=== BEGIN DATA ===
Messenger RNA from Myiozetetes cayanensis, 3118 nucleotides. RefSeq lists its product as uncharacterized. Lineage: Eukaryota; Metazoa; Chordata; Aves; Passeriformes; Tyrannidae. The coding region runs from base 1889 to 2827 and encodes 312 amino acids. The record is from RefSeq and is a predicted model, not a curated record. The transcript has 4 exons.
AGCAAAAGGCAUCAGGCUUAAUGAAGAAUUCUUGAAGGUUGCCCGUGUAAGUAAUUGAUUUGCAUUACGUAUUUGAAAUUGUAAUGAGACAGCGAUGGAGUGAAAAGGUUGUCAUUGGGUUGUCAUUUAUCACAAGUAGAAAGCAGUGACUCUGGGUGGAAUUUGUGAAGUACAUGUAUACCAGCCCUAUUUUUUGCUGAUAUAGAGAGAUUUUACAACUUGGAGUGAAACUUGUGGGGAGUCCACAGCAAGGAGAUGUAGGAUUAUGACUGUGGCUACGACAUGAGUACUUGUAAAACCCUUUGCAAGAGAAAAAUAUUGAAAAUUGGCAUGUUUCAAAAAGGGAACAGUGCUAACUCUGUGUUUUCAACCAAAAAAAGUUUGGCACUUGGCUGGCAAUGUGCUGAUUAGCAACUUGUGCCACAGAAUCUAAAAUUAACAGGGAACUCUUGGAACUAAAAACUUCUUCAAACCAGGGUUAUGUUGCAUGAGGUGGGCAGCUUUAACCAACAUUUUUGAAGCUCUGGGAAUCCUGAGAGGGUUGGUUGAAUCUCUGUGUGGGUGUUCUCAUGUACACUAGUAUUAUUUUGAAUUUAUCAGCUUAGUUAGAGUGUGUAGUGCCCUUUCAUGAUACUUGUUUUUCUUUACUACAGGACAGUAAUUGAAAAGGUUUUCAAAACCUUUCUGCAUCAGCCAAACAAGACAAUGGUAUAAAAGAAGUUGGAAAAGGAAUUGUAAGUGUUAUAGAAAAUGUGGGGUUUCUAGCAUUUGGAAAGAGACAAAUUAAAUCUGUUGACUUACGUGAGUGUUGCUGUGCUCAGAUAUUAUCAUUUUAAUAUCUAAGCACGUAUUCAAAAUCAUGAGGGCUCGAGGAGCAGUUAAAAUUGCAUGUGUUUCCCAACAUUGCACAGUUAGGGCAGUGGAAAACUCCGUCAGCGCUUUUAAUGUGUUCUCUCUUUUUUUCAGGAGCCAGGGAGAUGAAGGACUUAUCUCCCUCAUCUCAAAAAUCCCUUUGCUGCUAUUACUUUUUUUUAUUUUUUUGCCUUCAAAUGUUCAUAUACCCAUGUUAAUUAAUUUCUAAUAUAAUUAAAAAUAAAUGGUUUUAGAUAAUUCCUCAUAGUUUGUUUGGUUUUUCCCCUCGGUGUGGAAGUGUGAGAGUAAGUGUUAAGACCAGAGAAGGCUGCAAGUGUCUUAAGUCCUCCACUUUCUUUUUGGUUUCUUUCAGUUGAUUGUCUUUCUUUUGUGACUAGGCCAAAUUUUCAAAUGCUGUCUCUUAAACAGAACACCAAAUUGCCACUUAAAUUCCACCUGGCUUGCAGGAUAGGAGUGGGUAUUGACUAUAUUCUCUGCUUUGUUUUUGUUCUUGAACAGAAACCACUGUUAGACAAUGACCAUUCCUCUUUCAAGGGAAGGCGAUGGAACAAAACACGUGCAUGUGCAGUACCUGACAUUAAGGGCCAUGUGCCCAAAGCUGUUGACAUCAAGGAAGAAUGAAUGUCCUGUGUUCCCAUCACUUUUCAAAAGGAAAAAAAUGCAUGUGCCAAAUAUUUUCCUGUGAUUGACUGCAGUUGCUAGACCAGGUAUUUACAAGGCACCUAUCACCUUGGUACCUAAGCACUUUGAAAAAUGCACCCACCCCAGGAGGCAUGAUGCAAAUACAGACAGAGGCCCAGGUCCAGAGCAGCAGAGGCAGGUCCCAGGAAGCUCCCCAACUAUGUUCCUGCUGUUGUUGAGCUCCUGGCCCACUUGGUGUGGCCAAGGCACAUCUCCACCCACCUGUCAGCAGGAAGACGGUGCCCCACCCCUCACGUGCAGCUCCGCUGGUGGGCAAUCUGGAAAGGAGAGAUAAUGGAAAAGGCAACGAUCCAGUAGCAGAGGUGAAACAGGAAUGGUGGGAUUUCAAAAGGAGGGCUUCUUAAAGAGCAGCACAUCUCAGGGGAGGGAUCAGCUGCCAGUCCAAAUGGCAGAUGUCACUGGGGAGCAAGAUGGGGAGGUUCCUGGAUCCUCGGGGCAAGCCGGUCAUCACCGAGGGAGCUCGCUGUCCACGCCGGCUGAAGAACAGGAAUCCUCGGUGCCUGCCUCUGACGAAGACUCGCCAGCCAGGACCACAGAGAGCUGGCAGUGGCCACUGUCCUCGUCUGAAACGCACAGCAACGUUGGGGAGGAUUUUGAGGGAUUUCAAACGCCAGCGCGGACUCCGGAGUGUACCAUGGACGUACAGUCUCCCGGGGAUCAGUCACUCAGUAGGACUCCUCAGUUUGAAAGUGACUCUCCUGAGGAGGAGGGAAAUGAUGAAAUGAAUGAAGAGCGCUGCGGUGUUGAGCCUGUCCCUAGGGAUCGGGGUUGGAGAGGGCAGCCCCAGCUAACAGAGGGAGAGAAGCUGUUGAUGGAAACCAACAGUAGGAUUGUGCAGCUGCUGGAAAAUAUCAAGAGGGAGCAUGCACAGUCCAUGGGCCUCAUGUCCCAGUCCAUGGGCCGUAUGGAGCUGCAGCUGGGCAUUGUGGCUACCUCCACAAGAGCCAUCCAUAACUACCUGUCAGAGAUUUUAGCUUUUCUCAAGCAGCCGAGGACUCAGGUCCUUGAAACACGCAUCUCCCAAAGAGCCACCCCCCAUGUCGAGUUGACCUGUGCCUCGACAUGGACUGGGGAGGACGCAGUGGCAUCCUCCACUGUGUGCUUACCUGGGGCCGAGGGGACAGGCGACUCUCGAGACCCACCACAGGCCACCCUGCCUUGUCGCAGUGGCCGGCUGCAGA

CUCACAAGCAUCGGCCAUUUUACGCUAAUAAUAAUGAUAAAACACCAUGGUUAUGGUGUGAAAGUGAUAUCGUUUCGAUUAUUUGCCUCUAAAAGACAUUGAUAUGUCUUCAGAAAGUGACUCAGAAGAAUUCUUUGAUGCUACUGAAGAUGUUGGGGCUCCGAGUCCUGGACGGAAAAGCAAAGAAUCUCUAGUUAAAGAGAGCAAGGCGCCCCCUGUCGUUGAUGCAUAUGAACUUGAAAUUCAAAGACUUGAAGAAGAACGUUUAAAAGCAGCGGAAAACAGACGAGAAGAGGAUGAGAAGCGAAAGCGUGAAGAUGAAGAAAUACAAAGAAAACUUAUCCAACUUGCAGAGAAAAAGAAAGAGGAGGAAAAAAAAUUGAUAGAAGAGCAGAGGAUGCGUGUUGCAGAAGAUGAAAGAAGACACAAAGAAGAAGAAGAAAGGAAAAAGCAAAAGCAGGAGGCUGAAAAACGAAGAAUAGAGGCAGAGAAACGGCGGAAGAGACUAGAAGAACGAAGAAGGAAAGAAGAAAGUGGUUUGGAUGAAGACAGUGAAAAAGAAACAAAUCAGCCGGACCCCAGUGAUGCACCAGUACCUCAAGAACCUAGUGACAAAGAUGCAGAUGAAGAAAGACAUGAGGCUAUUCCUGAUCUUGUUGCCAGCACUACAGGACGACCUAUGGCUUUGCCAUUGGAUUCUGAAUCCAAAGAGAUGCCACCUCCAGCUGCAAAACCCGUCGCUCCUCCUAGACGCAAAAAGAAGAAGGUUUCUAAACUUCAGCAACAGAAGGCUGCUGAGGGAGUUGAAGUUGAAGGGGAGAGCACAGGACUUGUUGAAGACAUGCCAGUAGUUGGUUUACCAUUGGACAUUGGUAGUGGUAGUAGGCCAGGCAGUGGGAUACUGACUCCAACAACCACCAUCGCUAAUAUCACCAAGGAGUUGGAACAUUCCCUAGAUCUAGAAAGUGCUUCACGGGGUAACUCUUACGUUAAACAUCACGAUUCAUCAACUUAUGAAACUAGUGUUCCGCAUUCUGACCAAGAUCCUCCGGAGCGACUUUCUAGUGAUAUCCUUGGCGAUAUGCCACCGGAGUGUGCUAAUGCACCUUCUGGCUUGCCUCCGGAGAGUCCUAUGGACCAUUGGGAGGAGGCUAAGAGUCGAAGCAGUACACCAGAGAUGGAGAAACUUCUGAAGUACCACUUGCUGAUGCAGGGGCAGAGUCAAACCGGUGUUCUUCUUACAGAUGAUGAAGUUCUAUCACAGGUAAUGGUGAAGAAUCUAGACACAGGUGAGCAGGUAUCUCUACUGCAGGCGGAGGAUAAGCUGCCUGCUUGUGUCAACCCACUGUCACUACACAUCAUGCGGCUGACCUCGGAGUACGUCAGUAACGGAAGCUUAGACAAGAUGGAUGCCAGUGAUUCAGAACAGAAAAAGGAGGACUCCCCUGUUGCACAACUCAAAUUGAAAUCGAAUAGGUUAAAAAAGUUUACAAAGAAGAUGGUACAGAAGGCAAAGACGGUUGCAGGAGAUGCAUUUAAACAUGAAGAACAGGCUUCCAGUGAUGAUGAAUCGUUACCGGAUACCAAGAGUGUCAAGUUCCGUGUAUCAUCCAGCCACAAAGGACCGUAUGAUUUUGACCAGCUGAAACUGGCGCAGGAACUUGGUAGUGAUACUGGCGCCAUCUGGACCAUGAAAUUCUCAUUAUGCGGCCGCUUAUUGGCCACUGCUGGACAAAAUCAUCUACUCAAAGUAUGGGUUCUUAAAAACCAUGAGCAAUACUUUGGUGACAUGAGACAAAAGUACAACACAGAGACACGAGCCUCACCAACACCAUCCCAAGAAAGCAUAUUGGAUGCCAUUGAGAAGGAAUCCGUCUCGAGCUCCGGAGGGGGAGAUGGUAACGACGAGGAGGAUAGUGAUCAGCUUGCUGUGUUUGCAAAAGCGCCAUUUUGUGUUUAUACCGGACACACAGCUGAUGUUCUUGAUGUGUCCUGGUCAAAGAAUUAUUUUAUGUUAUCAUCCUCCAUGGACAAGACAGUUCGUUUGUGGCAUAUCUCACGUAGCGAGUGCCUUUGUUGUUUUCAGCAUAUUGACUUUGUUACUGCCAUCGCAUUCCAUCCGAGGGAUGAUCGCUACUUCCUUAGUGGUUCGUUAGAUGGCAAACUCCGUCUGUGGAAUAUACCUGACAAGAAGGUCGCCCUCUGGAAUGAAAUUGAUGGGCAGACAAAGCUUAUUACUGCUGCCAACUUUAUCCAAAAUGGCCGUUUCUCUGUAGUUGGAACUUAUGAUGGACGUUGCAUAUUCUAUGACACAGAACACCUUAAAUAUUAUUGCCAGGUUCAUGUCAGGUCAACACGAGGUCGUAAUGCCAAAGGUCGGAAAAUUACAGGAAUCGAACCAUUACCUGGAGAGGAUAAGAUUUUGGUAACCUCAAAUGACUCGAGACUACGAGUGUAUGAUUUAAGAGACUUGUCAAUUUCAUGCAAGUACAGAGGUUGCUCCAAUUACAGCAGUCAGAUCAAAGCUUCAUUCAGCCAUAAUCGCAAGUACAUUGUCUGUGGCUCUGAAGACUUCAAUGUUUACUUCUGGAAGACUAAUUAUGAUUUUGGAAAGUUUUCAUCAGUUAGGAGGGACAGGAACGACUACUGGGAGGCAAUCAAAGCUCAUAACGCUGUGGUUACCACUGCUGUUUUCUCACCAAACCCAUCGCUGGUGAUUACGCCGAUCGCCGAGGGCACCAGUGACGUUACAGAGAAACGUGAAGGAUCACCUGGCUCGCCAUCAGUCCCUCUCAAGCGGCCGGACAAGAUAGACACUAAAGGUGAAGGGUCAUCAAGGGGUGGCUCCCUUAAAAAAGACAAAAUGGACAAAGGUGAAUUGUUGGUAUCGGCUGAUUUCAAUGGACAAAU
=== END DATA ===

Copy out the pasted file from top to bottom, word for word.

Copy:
Messenger RNA from Myiozetetes cayanensis, 3118 nucleotides. RefSeq lists its product as uncharacterized. Lineage: Eukaryota; Metazoa; Chordata; Aves; Passeriformes; Tyrannidae. The coding region runs from base 1889 to 2827 and encodes 312 amino acids. The record is from RefSeq and is a predicted model, not a curated record. The transcript has 4 exons.
AGCAAAAGGCAUCAGGCUUAAUGAAGAAUUCUUGAAGGUUGCCCGUGUAAGUAAUUGAUUUGCAUUACGUAUUUGAAAUUGUAAUGAGACAGCGAUGGAGUGAAAAGGUUGUCAUUGGGUUGUCAUUUAUCACAAGUAGAAAGCAGUGACUCUGGGUGGAAUUUGUGAAGUACAUGUAUACCAGCCCUAUUUUUUGCUGAUAUAGAGAGAUUUUACAACUUGGAGUGAAACUUGUGGGGAGUCCACAGCAAGGAGAUGUAGGAUUAUGACUGUGGCUACGACAUGAGUACUUGUAAAACCCUUUGCAAGAGAAAAAUAUUGAAAAUUGGCAUGUUUCAAAAAGGGAACAGUGCUAACUCUGUGUUUUCAACCAAAAAAAGUUUGGCACUUGGCUGGCAAUGUGCUGAUUAGCAACUUGUGCCACAGAAUCUAAAAUUAACAGGGAACUCUUGGAACUAAAAACUUCUUCAAACCAGGGUUAUGUUGCAUGAGGUGGGCAGCUUUAACCAACAUUUUUGAAGCUCUGGGAAUCCUGAGAGGGUUGGUUGAAUCUCUGUGUGGGUGUUCUCAUGUACACUAGUAUUAUUUUGAAUUUAUCAGCUUAGUUAGAGUGUGUAGUGCCCUUUCAUGAUACUUGUUUUUCUUUACUACAGGACAGUAAUUGAAAAGGUUUUCAAAACCUUUCUGCAUCAGCCAAACAAGACAAUGGUAUAAAAGAAGUUGGAAAAGGAAUUGUAAGUGUUAUAGAAAAUGUGGGGUUUCUAGCAUUUGGAAAGAGACAAAUUAAAUCUGUUGACUUACGUGAGUGUUGCUGUGCUCAGAUAUUAUCAUUUUAAUAUCUAAGCACGUAUUCAAAAUCAUGAGGGCUCGAGGAGCAGUUAAAAUUGCAUGUGUUUCCCAACAUUGCACAGUUAGGGCAGUGGAAAACUCCGUCAGCGCUUUUAAUGUGUUCUCUCUUUUUUUCAGGAGCCAGGGAGAUGAAGGACUUAUCUCCCUCAUCUCAAAAAUCCCUUUGCUGCUAUUACUUUUUUUUAUUUUUUUGCCUUCAAAUGUUCAUAUACCCAUGUUAAUUAAUUUCUAAUAUAAUUAAAAAUAAAUGGUUUUAGAUAAUUCCUCAUAGUUUGUUUGGUUUUUCCCCUCGGUGUGGAAGUGUGAGAGUAAGUGUUAAGACCAGAGAAGGCUGCAAGUGUCUUAAGUCCUCCACUUUCUUUUUGGUUUCUUUCAGUUGAUUGUCUUUCUUUUGUGACUAGGCCAAAUUUUCAAAUGCUGUCUCUUAAACAGAACACCAAAUUGCCACUUAAAUUCCACCUGGCUUGCAGGAUAGGAGUGGGUAUUGACUAUAUUCUCUGCUUUGUUUUUGUUCUUGAACAGAAACCACUGUUAGACAAUGACCAUUCCUCUUUCAAGGGAAGGCGAUGGAACAAAACACGUGCAUGUGCAGUACCUGACAUUAAGGGCCAUGUGCCCAAAGCUGUUGACAUCAAGGAAGAAUGAAUGUCCUGUGUUCCCAUCACUUUUCAAAAGGAAAAAAAUGCAUGUGCCAAAUAUUUUCCUGUGAUUGACUGCAGUUGCUAGACCAGGUAUUUACAAGGCACCUAUCACCUUGGUACCUAAGCACUUUGAAAAAUGCACCCACCCCAGGAGGCAUGAUGCAAAUACAGACAGAGGCCCAGGUCCAGAGCAGCAGAGGCAGGUCCCAGGAAGCUCCCCAACUAUGUUCCUGCUGUUGUUGAGCUCCUGGCCCACUUGGUGUGGCCAAGGCACAUCUCCACCCACCUGUCAGCAGGAAGACGGUGCCCCACCCCUCACGUGCAGCUCCGCUGGUGGGCAAUCUGGAAAGGAGAGAUAAUGGAAAAGGCAACGAUCCAGUAGCAGAGGUGAAACAGGAAUGGUGGGAUUUCAAAAGGAGGGCUUCUUAAAGAGCAGCACAUCUCAGGGGAGGGAUCAGCUGCCAGUCCAAAUGGCAGAUGUCACUGGGGAGCAAGAUGGGGAGGUUCCUGGAUCCUCGGGGCAAGCCGGUCAUCACCGAGGGAGCUCGCUGUCCACGCCGGCUGAAGAACAGGAAUCCUCGGUGCCUGCCUCUGACGAAGACUCGCCAGCCAGGACCACAGAGAGCUGGCAGUGGCCACUGUCCUCGUCUGAAACGCACAGCAACGUUGGGGAGGAUUUUGAGGGAUUUCAAACGCCAGCGCGGACUCCGGAGUGUACCAUGGACGUACAGUCUCCCGGGGAUCAGUCACUCAGUAGGACUCCUCAGUUUGAAAGUGACUCUCCUGAGGAGGAGGGAAAUGAUGAAAUGAAUGAAGAGCGCUGCGGUGUUGAGCCUGUCCCUAGGGAUCGGGGUUGGAGAGGGCAGCCCCAGCUAACAGAGGGAGAGAAGCUGUUGAUGGAAACCAACAGUAGGAUUGUGCAGCUGCUGGAAAAUAUCAAGAGGGAGCAUGCACAGUCCAUGGGCCUCAUGUCCCAGUCCAUGGGCCGUAUGGAGCUGCAGCUGGGCAUUGUGGCUACCUCCACAAGAGCCAUCCAUAACUACCUGUCAGAGAUUUUAGCUUUUCUCAAGCAGCCGAGGACUCAGGUCCUUGAAACACGCAUCUCCCAAAGAGCCACCCCCCAUGUCGAGUUGACCUGUGCCUCGACAUGGACUGGGGAGGACGCAGUGGCAUCCUCCACUGUGUGCUUACCUGGGGCCGAGGGGACAGGCGACUCUCGAGACCCACCACAGGCCACCCUGCCUUGUCGCAGUGGCCGGCUGCAGA

CUCACAAGCAUCGGCCAUUUUACGCUAAUAAUAAUGAUAAAACACCAUGGUUAUGGUGUGAAAGUGAUAUCGUUUCGAUUAUUUGCCUCUAAAAGACAUUGAUAUGUCUUCAGAAAGUGACUCAGAAGAAUUCUUUGAUGCUACUGAAGAUGUUGGGGCUCCGAGUCCUGGACGGAAAAGCAAAGAAUCUCUAGUUAAAGAGAGCAAGGCGCCCCCUGUCGUUGAUGCAUAUGAACUUGAAAUUCAAAGACUUGAAGAAGAACGUUUAAAAGCAGCGGAAAACAGACGAGAAGAGGAUGAGAAGCGAAAGCGUGAAGAUGAAGAAAUACAAAGAAAACUUAUCCAACUUGCAGAGAAAAAGAAAGAGGAGGAAAAAAAAUUGAUAGAAGAGCAGAGGAUGCGUGUUGCAGAAGAUGAAAGAAGACACAAAGAAGAAGAAGAAAGGAAAAAGCAAAAGCAGGAGGCUGAAAAACGAAGAAUAGAGGCAGAGAAACGGCGGAAGAGACUAGAAGAACGAAGAAGGAAAGAAGAAAGUGGUUUGGAUGAAGACAGUGAAAAAGAAACAAAUCAGCCGGACCCCAGUGAUGCACCAGUACCUCAAGAACCUAGUGACAAAGAUGCAGAUGAAGAAAGACAUGAGGCUAUUCCUGAUCUUGUUGCCAGCACUACAGGACGACCUAUGGCUUUGCCAUUGGAUUCUGAAUCCAAAGAGAUGCCACCUCCAGCUGCAAAACCCGUCGCUCCUCCUAGACGCAAAAAGAAGAAGGUUUCUAAACUUCAGCAACAGAAGGCUGCUGAGGGAGUUGAAGUUGAAGGGGAGAGCACAGGACUUGUUGAAGACAUGCCAGUAGUUGGUUUACCAUUGGACAUUGGUAGUGGUAGUAGGCCAGGCAGUGGGAUACUGACUCCAACAACCACCAUCGCUAAUAUCACCAAGGAGUUGGAACAUUCCCUAGAUCUAGAAAGUGCUUCACGGGGUAACUCUUACGUUAAACAUCACGAUUCAUCAACUUAUGAAACUAGUGUUCCGCAUUCUGACCAAGAUCCUCCGGAGCGACUUUCUAGUGAUAUCCUUGGCGAUAUGCCACCGGAGUGUGCUAAUGCACCUUCUGGCUUGCCUCCGGAGAGUCCUAUGGACCAUUGGGAGGAGGCUAAGAGUCGAAGCAGUACACCAGAGAUGGAGAAACUUCUGAAGUACCACUUGCUGAUGCAGGGGCAGAGUCAAACCGGUGUUCUUCUUACAGAUGAUGAAGUUCUAUCACAGGUAAUGGUGAAGAAUCUAGACACAGGUGAGCAGGUAUCUCUACUGCAGGCGGAGGAUAAGCUGCCUGCUUGUGUCAACCCACUGUCACUACACAUCAUGCGGCUGACCUCGGAGUACGUCAGUAACGGAAGCUUAGACAAGAUGGAUGCCAGUGAUUCAGAACAGAAAAAGGAGGACUCCCCUGUUGCACAACUCAAAUUGAAAUCGAAUAGGUUAAAAAAGUUUACAAAGAAGAUGGUACAGAAGGCAAAGACGGUUGCAGGAGAUGCAUUUAAACAUGAAGAACAGGCUUCCAGUGAUGAUGAAUCGUUACCGGAUACCAAGAGUGUCAAGUUCCGUGUAUCAUCCAGCCACAAAGGACCGUAUGAUUUUGACCAGCUGAAACUGGCGCAGGAACUUGGUAGUGAUACUGGCGCCAUCUGGACCAUGAAAUUCUCAUUAUGCGGCCGCUUAUUGGCCACUGCUGGACAAAAUCAUCUACUCAAAGUAUGGGUUCUUAAAAACCAUGAGCAAUACUUUGGUGACAUGAGACAAAAGUACAACACAGAGACACGAGCCUCACCAACACCAUCCCAAGAAAGCAUAUUGGAUGCCAUUGAGAAGGAAUCCGUCUCGAGCUCCGGAGGGGGAGAUGGUAACGACGAGGAGGAUAGUGAUCAGCUUGCUGUGUUUGCAAAAGCGCCAUUUUGUGUUUAUACCGGACACACAGCUGAUGUUCUUGAUGUGUCCUGGUCAAAGAAUUAUUUUAUGUUAUCAUCCUCCAUGGACAAGACAGUUCGUUUGUGGCAUAUCUCACGUAGCGAGUGCCUUUGUUGUUUUCAGCAUAUUGACUUUGUUACUGCCAUCGCAUUCCAUCCGAGGGAUGAUCGCUACUUCCUUAGUGGUUCGUUAGAUGGCAAACUCCGUCUGUGGAAUAUACCUGACAAGAAGGUCGCCCUCUGGAAUGAAAUUGAUGGGCAGACAAAGCUUAUUACUGCUGCCAACUUUAUCCAAAAUGGCCGUUUCUCUGUAGUUGGAACUUAUGAUGGACGUUGCAUAUUCUAUGACACAGAACACCUUAAAUAUUAUUGCCAGGUUCAUGUCAGGUCAACACGAGGUCGUAAUGCCAAAGGUCGGAAAAUUACAGGAAUCGAACCAUUACCUGGAGAGGAUAAGAUUUUGGUAACCUCAAAUGACUCGAGACUACGAGUGUAUGAUUUAAGAGACUUGUCAAUUUCAUGCAAGUACAGAGGUUGCUCCAAUUACAGCAGUCAGAUCAAAGCUUCAUUCAGCCAUAAUCGCAAGUACAUUGUCUGUGGCUCUGAAGACUUCAAUGUUUACUUCUGGAAGACUAAUUAUGAUUUUGGAAAGUUUUCAUCAGUUAGGAGGGACAGGAACGACUACUGGGAGGCAAUCAAAGCUCAUAACGCUGUGGUUACCACUGCUGUUUUCUCACCAAACCCAUCGCUGGUGAUUACGCCGAUCGCCGAGGGCACCAGUGACGUUACAGAGAAACGUGAAGGAUCACCUGGCUCGCCAUCAGUCCCUCUCAAGCGGCCGGACAAGAUAGACACUAAAGGUGAAGGGUCAUCAAGGGGUGGCUCCCUUAAAAAAGACAAAAUGGACAAAGGUGAAUUGUUGGUAUCGGCUGAUUUCAAUGGACAAAU